Nandu is a very productive, South American-bred grass with strong autumn and winter growth.
Sowing Rate: 25 kg/ha
Blend Rate: 5-10 kg/ha
100,000-110,000 seeds per kg
(Source: Pasture Varieties used in NSW 2006-2007, Bev Zurbo, 2006)
Nandu is suited to a variety of soils from light to heavy texture, but prefers well drained soil types. To maximise stand productivity, soil testing is advisable. Analyse soil and neutralise deficiencies with fertiliser and/or lime.The ideal soil pH for grazing bromes is 4.8-7.0 (CaCl2).
Nandu requires good base rates of phosphorus for maximum DM production especially during the establishment phase. DM production is directly related to nitrogen availability so topdress Nandu with urea when it is established to increase bulk of feed. Consult your Upper Murray Seeds agronomist or fertiliser advisor for nitrogen application rates.
Nandu should be sown no deeper than 25mm. Sow at 25kg/ha alone or at 5-10kg/ha when a component of a pasture blend. Avoid sowing with slow establishing species, such as phalaris or fescue, because grazing brome may compete too heavily. Nandu is suitable for oversowing into an established stand or direct drilling, due to its competitive nature and large seed.
Nandu has good Argentine weevil tolerance from the seedling stage right through to maturity. During emergence it is essential to monitor regularly for damage from insects and spray as required. Inspect during early stand life for populations of black-headed cockchafer and slugs. Contact your Upper Murray Seeds agronomist for spray application rates.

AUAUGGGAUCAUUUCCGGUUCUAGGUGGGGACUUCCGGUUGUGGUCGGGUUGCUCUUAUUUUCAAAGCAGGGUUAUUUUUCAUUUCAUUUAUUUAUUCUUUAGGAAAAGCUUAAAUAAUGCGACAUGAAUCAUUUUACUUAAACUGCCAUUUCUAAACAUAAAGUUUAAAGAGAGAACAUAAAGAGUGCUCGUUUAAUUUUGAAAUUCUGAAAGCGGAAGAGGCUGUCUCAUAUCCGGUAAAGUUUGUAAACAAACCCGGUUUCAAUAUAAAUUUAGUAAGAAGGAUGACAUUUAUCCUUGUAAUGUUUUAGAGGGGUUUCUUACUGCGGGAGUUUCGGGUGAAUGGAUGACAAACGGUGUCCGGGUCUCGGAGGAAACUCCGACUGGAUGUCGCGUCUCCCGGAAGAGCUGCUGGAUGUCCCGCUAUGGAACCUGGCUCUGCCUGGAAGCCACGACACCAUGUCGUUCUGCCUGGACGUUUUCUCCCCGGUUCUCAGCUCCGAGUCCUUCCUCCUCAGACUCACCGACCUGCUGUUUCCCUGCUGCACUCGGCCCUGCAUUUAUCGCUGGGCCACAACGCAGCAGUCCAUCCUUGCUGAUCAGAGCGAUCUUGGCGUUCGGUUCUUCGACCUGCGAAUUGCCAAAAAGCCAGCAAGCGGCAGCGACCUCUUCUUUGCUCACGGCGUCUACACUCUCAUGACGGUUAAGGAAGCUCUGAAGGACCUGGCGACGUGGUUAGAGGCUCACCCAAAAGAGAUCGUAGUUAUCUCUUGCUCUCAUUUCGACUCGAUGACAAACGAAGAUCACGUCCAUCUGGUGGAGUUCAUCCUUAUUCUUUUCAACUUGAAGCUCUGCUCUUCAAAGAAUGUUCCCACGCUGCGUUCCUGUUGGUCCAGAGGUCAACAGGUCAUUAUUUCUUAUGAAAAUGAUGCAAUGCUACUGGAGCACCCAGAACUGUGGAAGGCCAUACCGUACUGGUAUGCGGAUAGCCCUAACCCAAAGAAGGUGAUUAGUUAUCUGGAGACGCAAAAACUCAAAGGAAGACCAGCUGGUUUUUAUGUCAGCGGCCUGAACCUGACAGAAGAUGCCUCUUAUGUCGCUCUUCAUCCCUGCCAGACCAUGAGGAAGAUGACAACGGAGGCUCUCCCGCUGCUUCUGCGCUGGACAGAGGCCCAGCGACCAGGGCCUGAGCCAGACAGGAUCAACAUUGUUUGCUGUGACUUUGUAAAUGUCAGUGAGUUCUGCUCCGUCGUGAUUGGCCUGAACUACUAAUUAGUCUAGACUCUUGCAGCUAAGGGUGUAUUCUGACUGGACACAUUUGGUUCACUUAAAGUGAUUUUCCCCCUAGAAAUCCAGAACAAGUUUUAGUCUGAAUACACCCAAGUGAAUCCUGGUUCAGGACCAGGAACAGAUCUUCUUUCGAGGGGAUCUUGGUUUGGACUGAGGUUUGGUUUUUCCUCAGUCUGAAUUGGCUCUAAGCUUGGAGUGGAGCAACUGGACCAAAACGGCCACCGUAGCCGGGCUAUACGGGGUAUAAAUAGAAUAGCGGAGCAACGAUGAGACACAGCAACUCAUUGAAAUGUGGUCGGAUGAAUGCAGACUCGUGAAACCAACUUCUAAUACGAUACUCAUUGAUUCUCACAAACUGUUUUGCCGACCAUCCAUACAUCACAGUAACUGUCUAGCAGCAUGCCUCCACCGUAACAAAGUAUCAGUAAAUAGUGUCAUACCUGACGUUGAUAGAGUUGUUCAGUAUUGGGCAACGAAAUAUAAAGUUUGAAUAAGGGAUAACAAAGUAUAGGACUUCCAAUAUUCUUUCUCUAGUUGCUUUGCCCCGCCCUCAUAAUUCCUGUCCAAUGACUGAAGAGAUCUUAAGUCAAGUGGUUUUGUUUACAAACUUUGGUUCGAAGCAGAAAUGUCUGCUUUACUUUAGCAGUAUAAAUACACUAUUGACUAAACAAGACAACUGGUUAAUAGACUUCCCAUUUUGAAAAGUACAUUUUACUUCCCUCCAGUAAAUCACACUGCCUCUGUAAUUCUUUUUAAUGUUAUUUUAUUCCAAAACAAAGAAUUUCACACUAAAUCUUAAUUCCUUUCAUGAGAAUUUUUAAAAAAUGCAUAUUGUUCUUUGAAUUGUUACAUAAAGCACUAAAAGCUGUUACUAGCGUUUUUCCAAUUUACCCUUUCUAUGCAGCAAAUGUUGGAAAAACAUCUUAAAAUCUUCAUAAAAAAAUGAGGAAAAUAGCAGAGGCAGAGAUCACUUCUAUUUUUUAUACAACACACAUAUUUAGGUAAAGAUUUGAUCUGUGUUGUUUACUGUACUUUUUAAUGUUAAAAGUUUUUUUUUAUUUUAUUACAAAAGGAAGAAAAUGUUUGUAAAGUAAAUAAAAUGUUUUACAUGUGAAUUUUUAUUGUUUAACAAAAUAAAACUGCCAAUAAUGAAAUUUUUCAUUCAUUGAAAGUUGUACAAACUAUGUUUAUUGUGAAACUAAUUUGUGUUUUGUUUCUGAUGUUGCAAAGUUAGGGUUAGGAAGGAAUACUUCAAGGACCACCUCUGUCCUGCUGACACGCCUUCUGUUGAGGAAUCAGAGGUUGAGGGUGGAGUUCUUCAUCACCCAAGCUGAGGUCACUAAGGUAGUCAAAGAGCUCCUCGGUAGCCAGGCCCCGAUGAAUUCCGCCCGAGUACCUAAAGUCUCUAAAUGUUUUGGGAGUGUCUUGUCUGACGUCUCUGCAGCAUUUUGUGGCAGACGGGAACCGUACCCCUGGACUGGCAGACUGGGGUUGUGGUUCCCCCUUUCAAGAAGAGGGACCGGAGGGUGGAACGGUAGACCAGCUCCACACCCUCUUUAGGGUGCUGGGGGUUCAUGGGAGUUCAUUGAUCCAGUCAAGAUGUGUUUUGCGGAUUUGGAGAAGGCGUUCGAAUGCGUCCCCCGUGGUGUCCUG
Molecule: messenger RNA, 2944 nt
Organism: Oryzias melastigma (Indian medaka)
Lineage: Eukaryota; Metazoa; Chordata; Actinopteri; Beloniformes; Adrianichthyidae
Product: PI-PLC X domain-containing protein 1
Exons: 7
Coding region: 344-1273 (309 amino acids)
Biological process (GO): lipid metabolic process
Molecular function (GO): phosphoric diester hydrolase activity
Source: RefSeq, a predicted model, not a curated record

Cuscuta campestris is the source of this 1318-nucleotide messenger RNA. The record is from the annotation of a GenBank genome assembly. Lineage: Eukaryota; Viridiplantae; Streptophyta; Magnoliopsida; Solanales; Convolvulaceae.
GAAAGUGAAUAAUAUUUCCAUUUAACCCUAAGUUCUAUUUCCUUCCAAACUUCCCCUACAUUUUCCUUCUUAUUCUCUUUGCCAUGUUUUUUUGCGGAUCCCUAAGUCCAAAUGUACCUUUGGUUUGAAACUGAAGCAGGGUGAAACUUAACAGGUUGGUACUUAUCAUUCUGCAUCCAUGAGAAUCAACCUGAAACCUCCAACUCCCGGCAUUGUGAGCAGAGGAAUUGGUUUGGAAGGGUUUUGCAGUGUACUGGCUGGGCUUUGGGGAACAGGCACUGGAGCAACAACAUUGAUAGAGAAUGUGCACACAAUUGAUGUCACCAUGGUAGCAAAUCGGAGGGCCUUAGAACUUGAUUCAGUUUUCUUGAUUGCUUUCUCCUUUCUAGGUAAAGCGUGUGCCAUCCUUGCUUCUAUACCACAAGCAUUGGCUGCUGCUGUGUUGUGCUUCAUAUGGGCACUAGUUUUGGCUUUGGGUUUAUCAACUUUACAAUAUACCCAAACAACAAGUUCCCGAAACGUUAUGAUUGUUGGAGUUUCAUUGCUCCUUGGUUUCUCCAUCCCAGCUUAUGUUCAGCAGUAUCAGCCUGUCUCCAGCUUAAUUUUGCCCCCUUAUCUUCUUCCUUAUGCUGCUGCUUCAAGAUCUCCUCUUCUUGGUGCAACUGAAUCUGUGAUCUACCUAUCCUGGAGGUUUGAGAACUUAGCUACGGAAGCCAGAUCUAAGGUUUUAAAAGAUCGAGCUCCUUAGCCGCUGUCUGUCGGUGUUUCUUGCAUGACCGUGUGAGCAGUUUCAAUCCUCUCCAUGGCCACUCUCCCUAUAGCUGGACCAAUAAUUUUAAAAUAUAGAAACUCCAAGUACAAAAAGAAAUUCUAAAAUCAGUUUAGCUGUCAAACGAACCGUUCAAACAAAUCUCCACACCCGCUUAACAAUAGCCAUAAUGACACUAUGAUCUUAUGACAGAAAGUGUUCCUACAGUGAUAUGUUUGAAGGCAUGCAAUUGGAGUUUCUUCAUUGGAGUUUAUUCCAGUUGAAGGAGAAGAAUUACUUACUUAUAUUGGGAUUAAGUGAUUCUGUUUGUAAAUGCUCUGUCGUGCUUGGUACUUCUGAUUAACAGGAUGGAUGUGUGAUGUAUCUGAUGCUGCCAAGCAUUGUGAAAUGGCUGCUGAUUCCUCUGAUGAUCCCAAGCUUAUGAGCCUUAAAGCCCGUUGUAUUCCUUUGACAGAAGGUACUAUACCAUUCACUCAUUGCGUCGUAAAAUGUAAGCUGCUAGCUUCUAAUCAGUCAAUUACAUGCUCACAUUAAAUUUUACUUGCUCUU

Always use knockdown herbicide to ensure you are sowing into a clean seedbed. Monitor for post-emergent weeds and spray as required. Use options such as spray-grazing for broadleaf weeds once the stand is established.
Do not graze Nandu until the plant is well anchored and root depth is established. Carry out a quick in-paddock ‘grab test’ by hand to ensure stock cannot pull plants out of the ground. Nandu ideally requires rotational grazing but will cope with set stocking if necessary. It should be allowed to set seed to optimise new plant recruitment and improve persistence.
Brome grass is highly palatable, providing valuable autumn and winter feed with high levels of ME and protein.
To optimise livestock weight gain and health, ensure livestock are vaccinated and drenched. To prevent nutritional problems, make gradual diet changes when introducing hungry stock to lush pastures. Contact an Upper Murray Seeds agronomist for more information.